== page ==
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The Political Werewolf

If you know me, then you know I'm a big political nut. So, I've decided to add my own personal flavor to the realm of political discussion. We'll be talking about various issues - some of them having to do with current events, others perhaps more on a philosophical level. But in any case, you're free to respond to whatever you read here, either by E-mail or on the message board.

All righty, here we go.

Where's the Harm?

It's kinda weird, but sometimes the same liberals who lecture me about how guns and SUVs are bad and should be wiped off the face of the Earth also like to put on the libertarian hat every once in a while when it comes to other issues, not the least of which is abortion and various sexual issues. (Ironically enough, I tend to be a bit more moderate on those issues.) Of course, I could call these people on how they seem have some pretty raggedy holes in that philosophy, but I could say that about practically all of their arguments. Instead, what I'd like to focus on this time around is the whole concept of libertarian ethics. (That's right, I'm about to piss off two groups of people for the price of one. I need to catch up after missing last week.)

See, here's the thing. When you talk to a libertarian, they want to boil down the government to its absolute minimum. That's all well and good as far as bureaucracy and taxation is concerned, but when you get into the big mushy stuff like whether or not you should be able to rip the tag off of your mattress or streak in public, I don't necessarily think that we can cling to the rhetoric that as long as the people involved are consenting adults who don't infringe on the rights of others, everything is A-OK.

First of all, we have to realize something. Everything we do has a consequence, be it positive or negative. If you shoot a gun at someone, then obviously you are injuring that person and unless the person was breaking into your house or pointing a gun right back at you, chances are the rest of the public will look down on your actions. If you steal from someone to pay for your drug habit, the law is not likely to sympathize with your addiction. Now that's all well and good, but that doesn't address the "consenting adults" argument. Since we live in a dynamic society, sometimes the effects people have on that society aren't as obvious as a homicide or robbery.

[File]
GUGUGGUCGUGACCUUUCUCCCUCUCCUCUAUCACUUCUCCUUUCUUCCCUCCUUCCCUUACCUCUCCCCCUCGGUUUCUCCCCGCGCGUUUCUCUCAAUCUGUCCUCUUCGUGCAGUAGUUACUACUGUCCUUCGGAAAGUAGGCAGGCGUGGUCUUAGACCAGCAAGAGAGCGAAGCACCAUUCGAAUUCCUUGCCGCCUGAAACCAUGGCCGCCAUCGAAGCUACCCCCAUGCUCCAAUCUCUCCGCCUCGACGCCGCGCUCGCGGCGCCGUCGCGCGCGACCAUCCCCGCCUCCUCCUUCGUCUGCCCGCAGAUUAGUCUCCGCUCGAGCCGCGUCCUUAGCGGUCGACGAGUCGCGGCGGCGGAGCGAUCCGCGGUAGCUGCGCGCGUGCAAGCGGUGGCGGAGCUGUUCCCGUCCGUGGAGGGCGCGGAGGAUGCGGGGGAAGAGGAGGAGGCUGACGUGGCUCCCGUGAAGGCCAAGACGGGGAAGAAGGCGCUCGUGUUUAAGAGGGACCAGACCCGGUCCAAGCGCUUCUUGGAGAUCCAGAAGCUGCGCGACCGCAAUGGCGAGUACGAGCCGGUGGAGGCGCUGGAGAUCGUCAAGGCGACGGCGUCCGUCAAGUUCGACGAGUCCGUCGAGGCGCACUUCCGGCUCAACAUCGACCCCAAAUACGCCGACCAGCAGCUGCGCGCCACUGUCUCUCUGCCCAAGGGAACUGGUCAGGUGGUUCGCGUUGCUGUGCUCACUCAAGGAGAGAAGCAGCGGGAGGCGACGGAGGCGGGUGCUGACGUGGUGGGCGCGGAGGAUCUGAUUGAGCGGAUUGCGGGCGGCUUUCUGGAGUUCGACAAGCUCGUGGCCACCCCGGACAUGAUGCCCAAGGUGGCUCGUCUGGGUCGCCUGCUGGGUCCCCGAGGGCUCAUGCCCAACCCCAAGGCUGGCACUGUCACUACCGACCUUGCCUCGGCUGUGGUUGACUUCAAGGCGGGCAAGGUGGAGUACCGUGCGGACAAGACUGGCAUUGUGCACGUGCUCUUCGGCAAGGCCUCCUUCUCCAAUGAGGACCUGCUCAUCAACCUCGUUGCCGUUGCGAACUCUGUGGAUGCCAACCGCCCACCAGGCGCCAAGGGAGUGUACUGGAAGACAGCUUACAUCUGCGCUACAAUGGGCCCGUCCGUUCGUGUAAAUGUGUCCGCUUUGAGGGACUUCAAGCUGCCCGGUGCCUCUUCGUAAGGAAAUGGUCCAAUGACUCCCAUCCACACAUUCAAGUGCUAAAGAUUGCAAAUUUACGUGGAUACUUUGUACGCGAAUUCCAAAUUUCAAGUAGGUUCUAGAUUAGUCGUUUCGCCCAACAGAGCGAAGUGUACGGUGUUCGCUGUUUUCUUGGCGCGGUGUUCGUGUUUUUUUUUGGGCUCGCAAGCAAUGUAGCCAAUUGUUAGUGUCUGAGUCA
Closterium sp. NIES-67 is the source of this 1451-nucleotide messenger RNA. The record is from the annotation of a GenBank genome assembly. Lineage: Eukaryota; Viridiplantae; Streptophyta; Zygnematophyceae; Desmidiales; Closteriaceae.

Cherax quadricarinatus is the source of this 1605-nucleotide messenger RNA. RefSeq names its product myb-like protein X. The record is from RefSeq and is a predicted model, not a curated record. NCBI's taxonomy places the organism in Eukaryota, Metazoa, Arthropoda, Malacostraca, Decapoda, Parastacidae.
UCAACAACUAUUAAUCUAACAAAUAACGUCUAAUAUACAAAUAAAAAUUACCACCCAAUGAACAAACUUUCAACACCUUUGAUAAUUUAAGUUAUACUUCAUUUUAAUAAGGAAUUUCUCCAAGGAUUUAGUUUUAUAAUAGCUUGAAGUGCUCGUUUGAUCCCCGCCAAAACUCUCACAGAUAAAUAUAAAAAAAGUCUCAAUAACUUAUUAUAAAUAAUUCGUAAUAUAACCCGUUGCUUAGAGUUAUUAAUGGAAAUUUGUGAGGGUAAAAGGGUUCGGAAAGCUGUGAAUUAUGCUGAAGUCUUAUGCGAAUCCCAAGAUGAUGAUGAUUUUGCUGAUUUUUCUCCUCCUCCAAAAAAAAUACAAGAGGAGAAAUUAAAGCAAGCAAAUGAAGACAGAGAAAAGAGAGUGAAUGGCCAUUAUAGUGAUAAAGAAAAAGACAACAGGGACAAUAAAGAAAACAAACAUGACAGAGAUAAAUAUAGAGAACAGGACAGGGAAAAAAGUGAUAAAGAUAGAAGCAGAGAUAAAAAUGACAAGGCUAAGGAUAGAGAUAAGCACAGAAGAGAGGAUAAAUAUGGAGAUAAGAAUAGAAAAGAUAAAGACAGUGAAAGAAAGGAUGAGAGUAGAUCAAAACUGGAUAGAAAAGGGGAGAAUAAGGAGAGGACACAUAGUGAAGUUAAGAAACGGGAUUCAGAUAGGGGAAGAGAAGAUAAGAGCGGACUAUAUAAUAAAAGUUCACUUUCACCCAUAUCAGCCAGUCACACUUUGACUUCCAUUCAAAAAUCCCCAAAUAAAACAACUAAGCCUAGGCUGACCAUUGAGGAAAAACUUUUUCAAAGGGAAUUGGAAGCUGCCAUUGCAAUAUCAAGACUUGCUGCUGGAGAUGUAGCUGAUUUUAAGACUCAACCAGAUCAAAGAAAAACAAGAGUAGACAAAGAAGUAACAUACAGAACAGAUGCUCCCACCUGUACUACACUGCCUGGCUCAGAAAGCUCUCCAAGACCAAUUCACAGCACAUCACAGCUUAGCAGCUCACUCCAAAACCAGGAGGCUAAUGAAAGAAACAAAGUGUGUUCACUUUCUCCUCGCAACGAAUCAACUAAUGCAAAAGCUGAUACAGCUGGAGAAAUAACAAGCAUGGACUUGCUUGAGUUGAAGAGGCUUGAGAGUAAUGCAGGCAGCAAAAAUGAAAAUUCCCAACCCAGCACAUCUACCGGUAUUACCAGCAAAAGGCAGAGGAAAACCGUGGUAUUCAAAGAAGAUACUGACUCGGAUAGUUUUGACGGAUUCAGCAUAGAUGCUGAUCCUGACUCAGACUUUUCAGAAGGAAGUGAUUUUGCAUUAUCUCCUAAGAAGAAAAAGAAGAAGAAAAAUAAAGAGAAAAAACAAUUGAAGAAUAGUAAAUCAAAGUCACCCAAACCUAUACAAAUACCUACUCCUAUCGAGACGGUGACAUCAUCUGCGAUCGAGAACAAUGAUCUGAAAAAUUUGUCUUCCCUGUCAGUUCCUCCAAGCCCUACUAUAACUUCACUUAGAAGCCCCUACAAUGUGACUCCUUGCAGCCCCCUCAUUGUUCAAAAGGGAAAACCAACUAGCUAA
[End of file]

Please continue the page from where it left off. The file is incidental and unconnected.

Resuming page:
Let's take drugs for example. There are a number of countries in the world that have legalized all drugs, at least in certain areas. These areas tend to be a major blight on the vicinity. They lower property values, which in turn raises the crime and poverty rates around these areas. It becomes less safe for children to pass through these areas - that is, if they ever wanted to. Now, you could make the argument that the drug users in these places are engaging in activites that don't directly intrude on the rights of others and that it was their decision to forfeit their lives for the pursuit of heroin or crack, but that's a pretty narrow view. I'm not even getting into the part about these drug addicts often subsisting on welfare, or worse - panhandling (since a libertarian society probably wouldn't have welfare of any kind) to feed their addiction. In a superficial sense, they aren't harming anyone but themselves, but take a more peripheral view of the results and you'll find things less cut-and-dry.